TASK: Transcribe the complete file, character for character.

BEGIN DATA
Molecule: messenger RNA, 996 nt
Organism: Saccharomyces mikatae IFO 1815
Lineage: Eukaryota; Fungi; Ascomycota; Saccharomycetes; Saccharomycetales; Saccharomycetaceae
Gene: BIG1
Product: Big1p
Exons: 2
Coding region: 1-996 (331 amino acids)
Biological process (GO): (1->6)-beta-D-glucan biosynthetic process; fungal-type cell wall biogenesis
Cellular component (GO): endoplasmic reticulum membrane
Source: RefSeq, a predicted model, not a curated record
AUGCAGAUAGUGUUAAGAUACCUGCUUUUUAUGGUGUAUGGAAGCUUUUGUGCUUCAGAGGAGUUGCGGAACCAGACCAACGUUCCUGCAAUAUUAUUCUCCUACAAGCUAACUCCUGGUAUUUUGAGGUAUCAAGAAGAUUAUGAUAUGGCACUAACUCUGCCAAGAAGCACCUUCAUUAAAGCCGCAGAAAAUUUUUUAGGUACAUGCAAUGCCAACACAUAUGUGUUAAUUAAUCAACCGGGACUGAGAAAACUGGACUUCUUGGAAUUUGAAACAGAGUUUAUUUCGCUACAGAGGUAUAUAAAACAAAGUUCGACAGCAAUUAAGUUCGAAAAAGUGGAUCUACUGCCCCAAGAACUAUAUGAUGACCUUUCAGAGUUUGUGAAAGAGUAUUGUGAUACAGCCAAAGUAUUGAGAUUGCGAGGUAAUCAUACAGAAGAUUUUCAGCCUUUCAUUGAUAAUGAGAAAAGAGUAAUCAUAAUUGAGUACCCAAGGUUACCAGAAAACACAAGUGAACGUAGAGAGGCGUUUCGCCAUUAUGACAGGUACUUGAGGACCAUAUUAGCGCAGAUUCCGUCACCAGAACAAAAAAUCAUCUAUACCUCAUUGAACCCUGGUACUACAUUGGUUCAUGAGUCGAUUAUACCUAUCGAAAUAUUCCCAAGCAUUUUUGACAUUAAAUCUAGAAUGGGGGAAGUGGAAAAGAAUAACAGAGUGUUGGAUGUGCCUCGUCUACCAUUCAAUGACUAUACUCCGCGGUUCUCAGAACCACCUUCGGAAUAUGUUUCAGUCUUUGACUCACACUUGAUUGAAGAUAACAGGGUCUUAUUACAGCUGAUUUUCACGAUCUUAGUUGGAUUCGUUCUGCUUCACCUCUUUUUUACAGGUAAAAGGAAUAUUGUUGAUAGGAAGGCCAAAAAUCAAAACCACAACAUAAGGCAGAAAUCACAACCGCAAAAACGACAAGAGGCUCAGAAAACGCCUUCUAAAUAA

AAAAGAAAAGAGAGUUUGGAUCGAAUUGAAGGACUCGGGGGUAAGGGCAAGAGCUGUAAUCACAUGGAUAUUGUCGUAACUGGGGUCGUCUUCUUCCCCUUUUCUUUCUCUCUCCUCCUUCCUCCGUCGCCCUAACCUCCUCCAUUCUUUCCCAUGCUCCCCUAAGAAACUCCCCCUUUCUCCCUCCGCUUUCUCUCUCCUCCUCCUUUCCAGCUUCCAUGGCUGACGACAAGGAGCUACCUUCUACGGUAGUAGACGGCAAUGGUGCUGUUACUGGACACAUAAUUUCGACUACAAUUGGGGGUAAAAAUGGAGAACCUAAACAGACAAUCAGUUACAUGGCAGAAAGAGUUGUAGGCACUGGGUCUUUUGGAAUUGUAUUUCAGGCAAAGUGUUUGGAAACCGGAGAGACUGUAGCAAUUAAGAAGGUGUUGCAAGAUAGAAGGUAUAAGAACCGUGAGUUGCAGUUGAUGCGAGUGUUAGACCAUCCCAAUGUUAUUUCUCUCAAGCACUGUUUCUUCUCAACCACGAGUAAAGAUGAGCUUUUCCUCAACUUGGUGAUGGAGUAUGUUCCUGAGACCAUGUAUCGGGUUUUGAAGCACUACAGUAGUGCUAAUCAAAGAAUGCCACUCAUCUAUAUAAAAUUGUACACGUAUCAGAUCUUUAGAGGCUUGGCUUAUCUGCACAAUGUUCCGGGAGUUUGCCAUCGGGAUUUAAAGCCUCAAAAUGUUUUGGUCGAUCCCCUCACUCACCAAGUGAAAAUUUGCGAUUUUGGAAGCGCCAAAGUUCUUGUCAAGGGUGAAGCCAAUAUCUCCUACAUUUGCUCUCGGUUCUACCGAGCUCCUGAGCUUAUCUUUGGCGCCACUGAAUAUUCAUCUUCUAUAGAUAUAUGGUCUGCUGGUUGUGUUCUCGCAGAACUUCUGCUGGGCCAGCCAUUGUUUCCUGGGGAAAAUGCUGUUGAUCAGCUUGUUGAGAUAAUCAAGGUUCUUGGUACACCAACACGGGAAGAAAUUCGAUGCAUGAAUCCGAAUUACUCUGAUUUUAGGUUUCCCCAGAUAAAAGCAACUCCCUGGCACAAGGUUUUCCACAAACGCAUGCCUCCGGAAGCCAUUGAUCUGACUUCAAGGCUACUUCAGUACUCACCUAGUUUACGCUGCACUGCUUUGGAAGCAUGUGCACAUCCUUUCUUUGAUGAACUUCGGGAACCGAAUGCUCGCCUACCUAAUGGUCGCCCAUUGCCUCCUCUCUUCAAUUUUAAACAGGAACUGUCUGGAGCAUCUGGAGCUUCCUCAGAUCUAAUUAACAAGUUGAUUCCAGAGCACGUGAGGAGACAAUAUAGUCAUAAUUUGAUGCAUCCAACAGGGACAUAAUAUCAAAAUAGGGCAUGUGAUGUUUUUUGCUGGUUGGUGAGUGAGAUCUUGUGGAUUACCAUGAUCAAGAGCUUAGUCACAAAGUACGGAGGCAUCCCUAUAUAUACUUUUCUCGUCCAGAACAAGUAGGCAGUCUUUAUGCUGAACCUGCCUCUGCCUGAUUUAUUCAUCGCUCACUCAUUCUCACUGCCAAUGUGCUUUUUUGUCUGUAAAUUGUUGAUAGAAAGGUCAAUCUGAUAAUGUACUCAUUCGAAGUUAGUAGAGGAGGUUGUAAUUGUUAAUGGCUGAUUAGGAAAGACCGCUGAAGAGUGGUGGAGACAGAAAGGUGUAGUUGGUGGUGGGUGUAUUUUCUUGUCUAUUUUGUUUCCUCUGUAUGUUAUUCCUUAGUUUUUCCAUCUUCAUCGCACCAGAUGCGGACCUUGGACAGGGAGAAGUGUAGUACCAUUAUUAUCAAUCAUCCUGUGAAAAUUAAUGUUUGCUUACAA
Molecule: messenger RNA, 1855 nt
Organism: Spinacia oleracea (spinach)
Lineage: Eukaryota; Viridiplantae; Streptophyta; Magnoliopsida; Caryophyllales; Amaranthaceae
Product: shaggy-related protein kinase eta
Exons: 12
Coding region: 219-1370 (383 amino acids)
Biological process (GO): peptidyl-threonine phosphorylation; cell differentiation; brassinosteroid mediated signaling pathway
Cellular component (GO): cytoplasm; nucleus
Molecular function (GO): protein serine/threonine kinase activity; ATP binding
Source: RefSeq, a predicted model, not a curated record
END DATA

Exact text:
Molecule: messenger RNA, 996 nt
Organism: Saccharomyces mikatae IFO 1815
Lineage: Eukaryota; Fungi; Ascomycota; Saccharomycetes; Saccharomycetales; Saccharomycetaceae
Gene: BIG1
Product: Big1p
Exons: 2
Coding region: 1-996 (331 amino acids)
Biological process (GO): (1->6)-beta-D-glucan biosynthetic process; fungal-type cell wall biogenesis
Cellular component (GO): endoplasmic reticulum membrane
Source: RefSeq, a predicted model, not a curated record
AUGCAGAUAGUGUUAAGAUACCUGCUUUUUAUGGUGUAUGGAAGCUUUUGUGCUUCAGAGGAGUUGCGGAACCAGACCAACGUUCCUGCAAUAUUAUUCUCCUACAAGCUAACUCCUGGUAUUUUGAGGUAUCAAGAAGAUUAUGAUAUGGCACUAACUCUGCCAAGAAGCACCUUCAUUAAAGCCGCAGAAAAUUUUUUAGGUACAUGCAAUGCCAACACAUAUGUGUUAAUUAAUCAACCGGGACUGAGAAAACUGGACUUCUUGGAAUUUGAAACAGAGUUUAUUUCGCUACAGAGGUAUAUAAAACAAAGUUCGACAGCAAUUAAGUUCGAAAAAGUGGAUCUACUGCCCCAAGAACUAUAUGAUGACCUUUCAGAGUUUGUGAAAGAGUAUUGUGAUACAGCCAAAGUAUUGAGAUUGCGAGGUAAUCAUACAGAAGAUUUUCAGCCUUUCAUUGAUAAUGAGAAAAGAGUAAUCAUAAUUGAGUACCCAAGGUUACCAGAAAACACAAGUGAACGUAGAGAGGCGUUUCGCCAUUAUGACAGGUACUUGAGGACCAUAUUAGCGCAGAUUCCGUCACCAGAACAAAAAAUCAUCUAUACCUCAUUGAACCCUGGUACUACAUUGGUUCAUGAGUCGAUUAUACCUAUCGAAAUAUUCCCAAGCAUUUUUGACAUUAAAUCUAGAAUGGGGGAAGUGGAAAAGAAUAACAGAGUGUUGGAUGUGCCUCGUCUACCAUUCAAUGACUAUACUCCGCGGUUCUCAGAACCACCUUCGGAAUAUGUUUCAGUCUUUGACUCACACUUGAUUGAAGAUAACAGGGUCUUAUUACAGCUGAUUUUCACGAUCUUAGUUGGAUUCGUUCUGCUUCACCUCUUUUUUACAGGUAAAAGGAAUAUUGUUGAUAGGAAGGCCAAAAAUCAAAACCACAACAUAAGGCAGAAAUCACAACCGCAAAAACGACAAGAGGCUCAGAAAACGCCUUCUAAAUAA

AAAAGAAAAGAGAGUUUGGAUCGAAUUGAAGGACUCGGGGGUAAGGGCAAGAGCUGUAAUCACAUGGAUAUUGUCGUAACUGGGGUCGUCUUCUUCCCCUUUUCUUUCUCUCUCCUCCUUCCUCCGUCGCCCUAACCUCCUCCAUUCUUUCCCAUGCUCCCCUAAGAAACUCCCCCUUUCUCCCUCCGCUUUCUCUCUCCUCCUCCUUUCCAGCUUCCAUGGCUGACGACAAGGAGCUACCUUCUACGGUAGUAGACGGCAAUGGUGCUGUUACUGGACACAUAAUUUCGACUACAAUUGGGGGUAAAAAUGGAGAACCUAAACAGACAAUCAGUUACAUGGCAGAAAGAGUUGUAGGCACUGGGUCUUUUGGAAUUGUAUUUCAGGCAAAGUGUUUGGAAACCGGAGAGACUGUAGCAAUUAAGAAGGUGUUGCAAGAUAGAAGGUAUAAGAACCGUGAGUUGCAGUUGAUGCGAGUGUUAGACCAUCCCAAUGUUAUUUCUCUCAAGCACUGUUUCUUCUCAACCACGAGUAAAGAUGAGCUUUUCCUCAACUUGGUGAUGGAGUAUGUUCCUGAGACCAUGUAUCGGGUUUUGAAGCACUACAGUAGUGCUAAUCAAAGAAUGCCACUCAUCUAUAUAAAAUUGUACACGUAUCAGAUCUUUAGAGGCUUGGCUUAUCUGCACAAUGUUCCGGGAGUUUGCCAUCGGGAUUUAAAGCCUCAAAAUGUUUUGGUCGAUCCCCUCACUCACCAAGUGAAAAUUUGCGAUUUUGGAAGCGCCAAAGUUCUUGUCAAGGGUGAAGCCAAUAUCUCCUACAUUUGCUCUCGGUUCUACCGAGCUCCUGAGCUUAUCUUUGGCGCCACUGAAUAUUCAUCUUCUAUAGAUAUAUGGUCUGCUGGUUGUGUUCUCGCAGAACUUCUGCUGGGCCAGCCAUUGUUUCCUGGGGAAAAUGCUGUUGAUCAGCUUGUUGAGAUAAUCAAGGUUCUUGGUACACCAACACGGGAAGAAAUUCGAUGCAUGAAUCCGAAUUACUCUGAUUUUAGGUUUCCCCAGAUAAAAGCAACUCCCUGGCACAAGGUUUUCCACAAACGCAUGCCUCCGGAAGCCAUUGAUCUGACUUCAAGGCUACUUCAGUACUCACCUAGUUUACGCUGCACUGCUUUGGAAGCAUGUGCACAUCCUUUCUUUGAUGAACUUCGGGAACCGAAUGCUCGCCUACCUAAUGGUCGCCCAUUGCCUCCUCUCUUCAAUUUUAAACAGGAACUGUCUGGAGCAUCUGGAGCUUCCUCAGAUCUAAUUAACAAGUUGAUUCCAGAGCACGUGAGGAGACAAUAUAGUCAUAAUUUGAUGCAUCCAACAGGGACAUAAUAUCAAAAUAGGGCAUGUGAUGUUUUUUGCUGGUUGGUGAGUGAGAUCUUGUGGAUUACCAUGAUCAAGAGCUUAGUCACAAAGUACGGAGGCAUCCCUAUAUAUACUUUUCUCGUCCAGAACAAGUAGGCAGUCUUUAUGCUGAACCUGCCUCUGCCUGAUUUAUUCAUCGCUCACUCAUUCUCACUGCCAAUGUGCUUUUUUGUCUGUAAAUUGUUGAUAGAAAGGUCAAUCUGAUAAUGUACUCAUUCGAAGUUAGUAGAGGAGGUUGUAAUUGUUAAUGGCUGAUUAGGAAAGACCGCUGAAGAGUGGUGGAGACAGAAAGGUGUAGUUGGUGGUGGGUGUAUUUUCUUGUCUAUUUUGUUUCCUCUGUAUGUUAUUCCUUAGUUUUUCCAUCUUCAUCGCACCAGAUGCGGACCUUGGACAGGGAGAAGUGUAGUACCAUUAUUAUCAAUCAUCCUGUGAAAAUUAAUGUUUGCUUACAA
Molecule: messenger RNA, 1855 nt
Organism: Spinacia oleracea (spinach)
Lineage: Eukaryota; Viridiplantae; Streptophyta; Magnoliopsida; Caryophyllales; Amaranthaceae
Product: shaggy-related protein kinase eta
Exons: 12
Coding region: 219-1370 (383 amino acids)
Biological process (GO): peptidyl-threonine phosphorylation; cell differentiation; brassinosteroid mediated signaling pathway
Cellular component (GO): cytoplasm; nucleus
Molecular function (GO): protein serine/threonine kinase activity; ATP binding
Source: RefSeq, a predicted model, not a curated record